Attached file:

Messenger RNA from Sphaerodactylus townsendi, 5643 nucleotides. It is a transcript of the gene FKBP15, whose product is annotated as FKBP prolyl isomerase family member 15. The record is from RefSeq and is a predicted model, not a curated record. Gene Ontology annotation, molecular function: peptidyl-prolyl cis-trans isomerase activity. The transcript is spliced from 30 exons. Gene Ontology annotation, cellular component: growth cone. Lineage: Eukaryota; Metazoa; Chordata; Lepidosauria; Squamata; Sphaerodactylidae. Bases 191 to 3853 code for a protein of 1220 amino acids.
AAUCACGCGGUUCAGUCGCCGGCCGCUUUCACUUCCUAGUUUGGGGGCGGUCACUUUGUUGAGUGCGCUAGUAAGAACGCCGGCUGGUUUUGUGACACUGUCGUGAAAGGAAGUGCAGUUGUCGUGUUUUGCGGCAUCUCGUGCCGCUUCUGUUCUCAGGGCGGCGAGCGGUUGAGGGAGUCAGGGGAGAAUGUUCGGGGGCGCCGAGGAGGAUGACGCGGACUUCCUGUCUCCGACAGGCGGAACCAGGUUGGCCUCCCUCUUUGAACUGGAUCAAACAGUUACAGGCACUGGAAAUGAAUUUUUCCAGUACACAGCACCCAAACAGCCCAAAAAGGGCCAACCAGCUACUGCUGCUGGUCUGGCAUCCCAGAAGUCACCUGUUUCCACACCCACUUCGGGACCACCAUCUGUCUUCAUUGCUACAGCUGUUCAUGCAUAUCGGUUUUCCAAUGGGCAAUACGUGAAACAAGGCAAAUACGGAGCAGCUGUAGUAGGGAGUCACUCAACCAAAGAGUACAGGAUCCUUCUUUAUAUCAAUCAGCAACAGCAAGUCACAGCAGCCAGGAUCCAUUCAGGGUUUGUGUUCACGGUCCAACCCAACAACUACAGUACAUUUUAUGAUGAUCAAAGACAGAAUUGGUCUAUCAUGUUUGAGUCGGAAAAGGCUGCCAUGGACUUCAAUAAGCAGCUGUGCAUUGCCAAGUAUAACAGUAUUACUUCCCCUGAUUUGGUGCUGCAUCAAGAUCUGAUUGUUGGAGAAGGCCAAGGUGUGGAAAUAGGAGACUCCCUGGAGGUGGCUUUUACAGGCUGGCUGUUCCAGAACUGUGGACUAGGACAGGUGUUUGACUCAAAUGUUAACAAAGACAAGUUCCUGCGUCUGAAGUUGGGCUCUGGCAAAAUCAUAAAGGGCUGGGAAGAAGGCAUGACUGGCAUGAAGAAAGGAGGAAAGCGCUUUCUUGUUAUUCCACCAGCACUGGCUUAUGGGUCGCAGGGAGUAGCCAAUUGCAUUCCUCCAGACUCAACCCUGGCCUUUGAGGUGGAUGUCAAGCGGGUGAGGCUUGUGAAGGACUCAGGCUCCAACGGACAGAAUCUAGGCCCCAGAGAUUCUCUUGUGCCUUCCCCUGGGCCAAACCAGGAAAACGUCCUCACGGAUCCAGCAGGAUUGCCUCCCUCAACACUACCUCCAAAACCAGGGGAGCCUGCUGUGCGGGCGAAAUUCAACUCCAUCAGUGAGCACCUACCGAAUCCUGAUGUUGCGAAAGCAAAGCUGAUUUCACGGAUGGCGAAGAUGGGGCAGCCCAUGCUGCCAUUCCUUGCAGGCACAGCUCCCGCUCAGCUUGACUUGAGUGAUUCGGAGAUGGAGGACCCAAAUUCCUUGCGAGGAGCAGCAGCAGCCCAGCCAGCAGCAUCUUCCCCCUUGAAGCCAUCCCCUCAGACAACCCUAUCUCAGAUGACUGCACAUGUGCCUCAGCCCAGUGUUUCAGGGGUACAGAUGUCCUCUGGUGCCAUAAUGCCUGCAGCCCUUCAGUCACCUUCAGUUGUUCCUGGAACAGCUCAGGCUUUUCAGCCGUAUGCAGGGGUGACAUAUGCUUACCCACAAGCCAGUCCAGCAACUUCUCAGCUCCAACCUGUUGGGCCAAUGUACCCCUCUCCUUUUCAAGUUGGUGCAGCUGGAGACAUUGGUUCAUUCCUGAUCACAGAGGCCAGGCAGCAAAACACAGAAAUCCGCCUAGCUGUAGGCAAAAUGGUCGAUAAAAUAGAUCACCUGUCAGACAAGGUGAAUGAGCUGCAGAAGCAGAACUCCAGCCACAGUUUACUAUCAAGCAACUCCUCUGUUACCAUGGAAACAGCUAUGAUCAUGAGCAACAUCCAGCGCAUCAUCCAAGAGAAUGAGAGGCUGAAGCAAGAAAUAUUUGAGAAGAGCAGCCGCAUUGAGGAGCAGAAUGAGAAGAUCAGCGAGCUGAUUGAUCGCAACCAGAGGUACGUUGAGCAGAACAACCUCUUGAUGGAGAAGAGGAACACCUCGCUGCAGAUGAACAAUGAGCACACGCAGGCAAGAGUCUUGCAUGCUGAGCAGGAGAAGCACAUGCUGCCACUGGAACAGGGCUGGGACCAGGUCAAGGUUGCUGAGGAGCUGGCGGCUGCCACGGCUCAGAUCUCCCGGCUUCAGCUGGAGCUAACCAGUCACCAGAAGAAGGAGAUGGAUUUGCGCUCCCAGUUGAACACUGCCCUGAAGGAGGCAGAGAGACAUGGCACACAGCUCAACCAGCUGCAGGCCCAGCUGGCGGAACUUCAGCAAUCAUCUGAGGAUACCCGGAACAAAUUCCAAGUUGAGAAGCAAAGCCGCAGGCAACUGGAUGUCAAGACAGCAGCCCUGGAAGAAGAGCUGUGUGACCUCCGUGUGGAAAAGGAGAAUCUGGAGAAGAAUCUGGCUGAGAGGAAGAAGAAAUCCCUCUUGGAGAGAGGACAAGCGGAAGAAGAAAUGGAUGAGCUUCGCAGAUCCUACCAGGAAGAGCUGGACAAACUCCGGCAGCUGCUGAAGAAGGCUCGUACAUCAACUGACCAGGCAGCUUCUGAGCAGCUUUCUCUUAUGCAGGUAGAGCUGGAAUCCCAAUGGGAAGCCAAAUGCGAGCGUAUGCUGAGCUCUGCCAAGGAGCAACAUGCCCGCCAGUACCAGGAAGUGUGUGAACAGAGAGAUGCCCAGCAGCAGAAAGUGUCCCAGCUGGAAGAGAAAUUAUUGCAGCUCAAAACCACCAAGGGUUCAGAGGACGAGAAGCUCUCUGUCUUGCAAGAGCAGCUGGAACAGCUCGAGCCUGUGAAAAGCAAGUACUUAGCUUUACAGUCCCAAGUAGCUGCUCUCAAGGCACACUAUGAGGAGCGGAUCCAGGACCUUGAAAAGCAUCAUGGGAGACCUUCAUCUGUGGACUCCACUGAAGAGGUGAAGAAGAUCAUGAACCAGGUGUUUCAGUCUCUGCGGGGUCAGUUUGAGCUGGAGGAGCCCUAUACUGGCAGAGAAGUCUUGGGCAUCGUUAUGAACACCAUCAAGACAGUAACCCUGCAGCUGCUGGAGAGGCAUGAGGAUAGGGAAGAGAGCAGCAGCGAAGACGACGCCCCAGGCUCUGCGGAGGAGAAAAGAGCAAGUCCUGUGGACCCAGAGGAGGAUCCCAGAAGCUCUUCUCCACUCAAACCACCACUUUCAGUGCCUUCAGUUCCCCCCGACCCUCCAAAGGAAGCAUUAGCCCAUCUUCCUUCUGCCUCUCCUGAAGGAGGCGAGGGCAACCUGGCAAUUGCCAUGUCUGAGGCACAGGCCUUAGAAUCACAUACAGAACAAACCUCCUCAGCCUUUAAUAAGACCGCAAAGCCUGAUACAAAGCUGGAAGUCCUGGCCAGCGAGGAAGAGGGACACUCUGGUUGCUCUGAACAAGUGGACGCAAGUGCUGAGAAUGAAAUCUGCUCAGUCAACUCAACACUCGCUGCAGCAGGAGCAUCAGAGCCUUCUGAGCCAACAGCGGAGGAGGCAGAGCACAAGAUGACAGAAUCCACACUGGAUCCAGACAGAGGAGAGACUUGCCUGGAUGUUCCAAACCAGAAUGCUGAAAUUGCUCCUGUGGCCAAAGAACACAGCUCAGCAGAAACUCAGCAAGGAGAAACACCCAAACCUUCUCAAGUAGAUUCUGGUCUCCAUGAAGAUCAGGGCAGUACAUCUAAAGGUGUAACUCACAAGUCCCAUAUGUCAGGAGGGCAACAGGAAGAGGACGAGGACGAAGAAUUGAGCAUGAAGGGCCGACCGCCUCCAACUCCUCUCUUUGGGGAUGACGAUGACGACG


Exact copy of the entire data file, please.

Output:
Messenger RNA from Sphaerodactylus townsendi, 5643 nucleotides. It is a transcript of the gene FKBP15, whose product is annotated as FKBP prolyl isomerase family member 15. The record is from RefSeq and is a predicted model, not a curated record. Gene Ontology annotation, molecular function: peptidyl-prolyl cis-trans isomerase activity. The transcript is spliced from 30 exons. Gene Ontology annotation, cellular component: growth cone. Lineage: Eukaryota; Metazoa; Chordata; Lepidosauria; Squamata; Sphaerodactylidae. Bases 191 to 3853 code for a protein of 1220 amino acids.
AAUCACGCGGUUCAGUCGCCGGCCGCUUUCACUUCCUAGUUUGGGGGCGGUCACUUUGUUGAGUGCGCUAGUAAGAACGCCGGCUGGUUUUGUGACACUGUCGUGAAAGGAAGUGCAGUUGUCGUGUUUUGCGGCAUCUCGUGCCGCUUCUGUUCUCAGGGCGGCGAGCGGUUGAGGGAGUCAGGGGAGAAUGUUCGGGGGCGCCGAGGAGGAUGACGCGGACUUCCUGUCUCCGACAGGCGGAACCAGGUUGGCCUCCCUCUUUGAACUGGAUCAAACAGUUACAGGCACUGGAAAUGAAUUUUUCCAGUACACAGCACCCAAACAGCCCAAAAAGGGCCAACCAGCUACUGCUGCUGGUCUGGCAUCCCAGAAGUCACCUGUUUCCACACCCACUUCGGGACCACCAUCUGUCUUCAUUGCUACAGCUGUUCAUGCAUAUCGGUUUUCCAAUGGGCAAUACGUGAAACAAGGCAAAUACGGAGCAGCUGUAGUAGGGAGUCACUCAACCAAAGAGUACAGGAUCCUUCUUUAUAUCAAUCAGCAACAGCAAGUCACAGCAGCCAGGAUCCAUUCAGGGUUUGUGUUCACGGUCCAACCCAACAACUACAGUACAUUUUAUGAUGAUCAAAGACAGAAUUGGUCUAUCAUGUUUGAGUCGGAAAAGGCUGCCAUGGACUUCAAUAAGCAGCUGUGCAUUGCCAAGUAUAACAGUAUUACUUCCCCUGAUUUGGUGCUGCAUCAAGAUCUGAUUGUUGGAGAAGGCCAAGGUGUGGAAAUAGGAGACUCCCUGGAGGUGGCUUUUACAGGCUGGCUGUUCCAGAACUGUGGACUAGGACAGGUGUUUGACUCAAAUGUUAACAAAGACAAGUUCCUGCGUCUGAAGUUGGGCUCUGGCAAAAUCAUAAAGGGCUGGGAAGAAGGCAUGACUGGCAUGAAGAAAGGAGGAAAGCGCUUUCUUGUUAUUCCACCAGCACUGGCUUAUGGGUCGCAGGGAGUAGCCAAUUGCAUUCCUCCAGACUCAACCCUGGCCUUUGAGGUGGAUGUCAAGCGGGUGAGGCUUGUGAAGGACUCAGGCUCCAACGGACAGAAUCUAGGCCCCAGAGAUUCUCUUGUGCCUUCCCCUGGGCCAAACCAGGAAAACGUCCUCACGGAUCCAGCAGGAUUGCCUCCCUCAACACUACCUCCAAAACCAGGGGAGCCUGCUGUGCGGGCGAAAUUCAACUCCAUCAGUGAGCACCUACCGAAUCCUGAUGUUGCGAAAGCAAAGCUGAUUUCACGGAUGGCGAAGAUGGGGCAGCCCAUGCUGCCAUUCCUUGCAGGCACAGCUCCCGCUCAGCUUGACUUGAGUGAUUCGGAGAUGGAGGACCCAAAUUCCUUGCGAGGAGCAGCAGCAGCCCAGCCAGCAGCAUCUUCCCCCUUGAAGCCAUCCCCUCAGACAACCCUAUCUCAGAUGACUGCACAUGUGCCUCAGCCCAGUGUUUCAGGGGUACAGAUGUCCUCUGGUGCCAUAAUGCCUGCAGCCCUUCAGUCACCUUCAGUUGUUCCUGGAACAGCUCAGGCUUUUCAGCCGUAUGCAGGGGUGACAUAUGCUUACCCACAAGCCAGUCCAGCAACUUCUCAGCUCCAACCUGUUGGGCCAAUGUACCCCUCUCCUUUUCAAGUUGGUGCAGCUGGAGACAUUGGUUCAUUCCUGAUCACAGAGGCCAGGCAGCAAAACACAGAAAUCCGCCUAGCUGUAGGCAAAAUGGUCGAUAAAAUAGAUCACCUGUCAGACAAGGUGAAUGAGCUGCAGAAGCAGAACUCCAGCCACAGUUUACUAUCAAGCAACUCCUCUGUUACCAUGGAAACAGCUAUGAUCAUGAGCAACAUCCAGCGCAUCAUCCAAGAGAAUGAGAGGCUGAAGCAAGAAAUAUUUGAGAAGAGCAGCCGCAUUGAGGAGCAGAAUGAGAAGAUCAGCGAGCUGAUUGAUCGCAACCAGAGGUACGUUGAGCAGAACAACCUCUUGAUGGAGAAGAGGAACACCUCGCUGCAGAUGAACAAUGAGCACACGCAGGCAAGAGUCUUGCAUGCUGAGCAGGAGAAGCACAUGCUGCCACUGGAACAGGGCUGGGACCAGGUCAAGGUUGCUGAGGAGCUGGCGGCUGCCACGGCUCAGAUCUCCCGGCUUCAGCUGGAGCUAACCAGUCACCAGAAGAAGGAGAUGGAUUUGCGCUCCCAGUUGAACACUGCCCUGAAGGAGGCAGAGAGACAUGGCACACAGCUCAACCAGCUGCAGGCCCAGCUGGCGGAACUUCAGCAAUCAUCUGAGGAUACCCGGAACAAAUUCCAAGUUGAGAAGCAAAGCCGCAGGCAACUGGAUGUCAAGACAGCAGCCCUGGAAGAAGAGCUGUGUGACCUCCGUGUGGAAAAGGAGAAUCUGGAGAAGAAUCUGGCUGAGAGGAAGAAGAAAUCCCUCUUGGAGAGAGGACAAGCGGAAGAAGAAAUGGAUGAGCUUCGCAGAUCCUACCAGGAAGAGCUGGACAAACUCCGGCAGCUGCUGAAGAAGGCUCGUACAUCAACUGACCAGGCAGCUUCUGAGCAGCUUUCUCUUAUGCAGGUAGAGCUGGAAUCCCAAUGGGAAGCCAAAUGCGAGCGUAUGCUGAGCUCUGCCAAGGAGCAACAUGCCCGCCAGUACCAGGAAGUGUGUGAACAGAGAGAUGCCCAGCAGCAGAAAGUGUCCCAGCUGGAAGAGAAAUUAUUGCAGCUCAAAACCACCAAGGGUUCAGAGGACGAGAAGCUCUCUGUCUUGCAAGAGCAGCUGGAACAGCUCGAGCCUGUGAAAAGCAAGUACUUAGCUUUACAGUCCCAAGUAGCUGCUCUCAAGGCACACUAUGAGGAGCGGAUCCAGGACCUUGAAAAGCAUCAUGGGAGACCUUCAUCUGUGGACUCCACUGAAGAGGUGAAGAAGAUCAUGAACCAGGUGUUUCAGUCUCUGCGGGGUCAGUUUGAGCUGGAGGAGCCCUAUACUGGCAGAGAAGUCUUGGGCAUCGUUAUGAACACCAUCAAGACAGUAACCCUGCAGCUGCUGGAGAGGCAUGAGGAUAGGGAAGAGAGCAGCAGCGAAGACGACGCCCCAGGCUCUGCGGAGGAGAAAAGAGCAAGUCCUGUGGACCCAGAGGAGGAUCCCAGAAGCUCUUCUCCACUCAAACCACCACUUUCAGUGCCUUCAGUUCCCCCCGACCCUCCAAAGGAAGCAUUAGCCCAUCUUCCUUCUGCCUCUCCUGAAGGAGGCGAGGGCAACCUGGCAAUUGCCAUGUCUGAGGCACAGGCCUUAGAAUCACAUACAGAACAAACCUCCUCAGCCUUUAAUAAGACCGCAAAGCCUGAUACAAAGCUGGAAGUCCUGGCCAGCGAGGAAGAGGGACACUCUGGUUGCUCUGAACAAGUGGACGCAAGUGCUGAGAAUGAAAUCUGCUCAGUCAACUCAACACUCGCUGCAGCAGGAGCAUCAGAGCCUUCUGAGCCAACAGCGGAGGAGGCAGAGCACAAGAUGACAGAAUCCACACUGGAUCCAGACAGAGGAGAGACUUGCCUGGAUGUUCCAAACCAGAAUGCUGAAAUUGCUCCUGUGGCCAAAGAACACAGCUCAGCAGAAACUCAGCAAGGAGAAACACCCAAACCUUCUCAAGUAGAUUCUGGUCUCCAUGAAGAUCAGGGCAGUACAUCUAAAGGUGUAACUCACAAGUCCCAUAUGUCAGGAGGGCAACAGGAAGAGGACGAGGACGAAGAAUUGAGCAUGAAGGGCCGACCGCCUCCAACUCCUCUCUUUGGGGAUGACGAUGACGACG